Hollywood On The Moon by Henry Kuttner
Hollywood On The Moon features Tony Quade, ace cameraman for Nine Planets Films, Inc., as he travels throughout the Solar System in order to film some of the biggest movies ever made. Surrounded by stars and moguls he has a glamorous lifestyle and a brilliant career as long as he doesn’t get eaten by one of the monsters he encounters during his productions.
Hollywood On The Moon by Henry Kuttner features Tony Quade, ace cameraman for Nine Planets Films, Inc., as he travels throughout the Solar System in order to film some of the biggest movies ever made. Surrounded by stars and moguls he has a glamorous lifestyle and a brilliant career as long as he doesn’t get eaten by one of the monsters he encounters during his productions.
Tony Quade creates the monsters of various planets synthetically, or reproduces them on the screen via trick scientific photography. Glamorous Gerry Carlyle is the female Frank Buck of the future, bringing back alive the strange organisms of alien planets for the London Interplanetary Zoo. Carlyle, an advocate for realism, refuses to see the public hoaxed by fake spectacles such as Nine Planet Films, Inc. creates. Hence, a flaming feud which has blazed its way through the System.
Hollywood On The Moon (1938) – Drive Along Lunar Boulevard and Dine at the Silver Space-suit with Tony Quade, Camera Expert for Nine Planets Films, Inc., at the Movie Capital of the Future!
Chapter I – FADE IN: Mare Imbrium
Chapter II – CUT TO: Space Cruiser
Chapter III – CLOSE SHOT: Ganymede
Chapter IV – DISSOLVE TO: Hollywood on the Moon
Doom World (1938) – Deep Within the Sub-Lunar Caverns of Hollywood on the Moon, the Most Glamorous City in the Solar System, a Horde of Radio-Controlled Robots Menace the Movie-Makers of an Ultra-Modern Era!
Chapter I – INTERIOR: The offices of Nine Planets Films, Inc., Hollywood on the Moon. Close shot—Day.
Chapter II – INTERIOR: The Silver Spacesuit — Quade and Kathleen seated at a table. Night, a month later.
Chapter III – INTERIOR: Kenilworth’s laboratory. One week later. Close shot.
Chapter IV – EXTERIOR: Quade’s camp in the Plutonian set. Long shot. Noon.
Chapter V – EXTERIOR: The Plutonian set, near Quade’s camp. Afternoon.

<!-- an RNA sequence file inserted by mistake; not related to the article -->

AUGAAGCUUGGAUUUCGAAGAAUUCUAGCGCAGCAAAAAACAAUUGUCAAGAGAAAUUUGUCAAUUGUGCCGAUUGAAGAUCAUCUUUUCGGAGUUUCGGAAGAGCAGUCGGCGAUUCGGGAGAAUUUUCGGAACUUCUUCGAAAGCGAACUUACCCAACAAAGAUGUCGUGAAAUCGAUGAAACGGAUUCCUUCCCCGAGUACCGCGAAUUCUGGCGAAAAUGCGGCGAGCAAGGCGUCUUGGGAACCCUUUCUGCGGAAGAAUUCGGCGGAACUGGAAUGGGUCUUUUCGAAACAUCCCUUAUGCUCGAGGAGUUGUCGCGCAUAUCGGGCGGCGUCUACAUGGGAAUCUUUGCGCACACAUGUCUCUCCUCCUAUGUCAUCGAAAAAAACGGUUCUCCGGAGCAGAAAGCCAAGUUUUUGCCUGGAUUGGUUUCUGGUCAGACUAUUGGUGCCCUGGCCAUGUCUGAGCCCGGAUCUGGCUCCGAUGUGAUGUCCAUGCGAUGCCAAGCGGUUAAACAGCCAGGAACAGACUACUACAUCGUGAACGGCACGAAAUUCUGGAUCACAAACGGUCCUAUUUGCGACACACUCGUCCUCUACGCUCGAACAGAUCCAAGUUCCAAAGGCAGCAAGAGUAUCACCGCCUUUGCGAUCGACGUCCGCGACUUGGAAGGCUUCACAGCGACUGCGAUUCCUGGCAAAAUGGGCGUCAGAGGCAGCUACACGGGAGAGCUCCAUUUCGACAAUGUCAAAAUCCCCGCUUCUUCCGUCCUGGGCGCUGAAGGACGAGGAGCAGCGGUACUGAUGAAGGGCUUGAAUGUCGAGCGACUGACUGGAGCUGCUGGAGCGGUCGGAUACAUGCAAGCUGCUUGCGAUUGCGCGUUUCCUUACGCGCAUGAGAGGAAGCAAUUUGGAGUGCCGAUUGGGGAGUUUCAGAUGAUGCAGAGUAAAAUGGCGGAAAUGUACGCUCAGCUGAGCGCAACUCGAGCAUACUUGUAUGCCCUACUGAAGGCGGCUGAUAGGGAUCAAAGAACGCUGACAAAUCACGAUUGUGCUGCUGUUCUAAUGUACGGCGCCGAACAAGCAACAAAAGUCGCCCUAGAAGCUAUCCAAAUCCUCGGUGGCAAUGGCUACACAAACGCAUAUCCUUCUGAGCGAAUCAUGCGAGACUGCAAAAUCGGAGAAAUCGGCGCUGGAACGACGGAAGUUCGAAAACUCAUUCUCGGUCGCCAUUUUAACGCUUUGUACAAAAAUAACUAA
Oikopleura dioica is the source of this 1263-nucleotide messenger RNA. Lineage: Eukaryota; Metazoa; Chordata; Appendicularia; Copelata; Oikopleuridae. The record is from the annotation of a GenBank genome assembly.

Chapter VI – INTERIOR: Fronton’s Mercurian Theatre. Night.
The Star Parade (1938) – Many a man’s plans to film the Great Martian Inferno had gone up in smoke – But when Tony Quade had to shoot it, there were Fireworks!
Chapter I – Quick Montage: Trouble on the Moon
Chapter II – Follow Shot: Moon to Mars
Chapter III – Close-up: Jigsaw
Chapter IV – Angle Shot: End of Jigsaw
Chapter V – Fade-Out: The Big Scene
The Energy Eaters (1939) – Nothing in the Solar System daunted Gerry Carlisle – Except Hollywood on the Moon!
Chapter I – Storm Over Gerry
Chapter II – The Prometheans
Chapter III – Panic on the Moon
Chapter IV – The Ark Arrives
Chapter V – Short Circuit
The Seven Sleepers (1940) – The movie-makers of tomorrow blast off from Hollywood on the Moon in quest of the greatest show in space—the secret locked within Almussen’s comet!
Chapter I – Coming of the Comet
Chapter II – Gerry Takes Dictation
Chapter III – Blasting Off
Chapter IV – Repairs in Hell
Chapter V – Humiliation
Chapter VI – Horror Without End
Chapter VII – Battle in the Tower
Chapter VIII – Dreams Walking
Chapter IX – Fire and Water
Chapter X – Too Near the Sun!
Trouble On Titan (1947) – The sub-human denizens of Saturn’s largest moon were said to be harmless — but when the ace director of Nine Planets Films was sent to photograph them, he was in for a shock!
Chapter I – Von Zorn Is Perturbed
Chapter II – Trip to Titan
Chapter III – Location Site
Chapter IV – Crackup
Chapter V – Perilous Valley
Chapter VI – Poisoned Javelins
Henry Kuttner (1915-1958) is one of the great Science Fiction writers of the 1940s and 1950s but less well known than many for two important reasons. The first reason is that he used approximately twenty different pseudonyms, the best known of which were C. H. Liddell, Lawrence O’Donnell, and Lewis Padgett. The second reason was that his later writing career was, in large part, a literary collaboration with his wife C.L. Moore.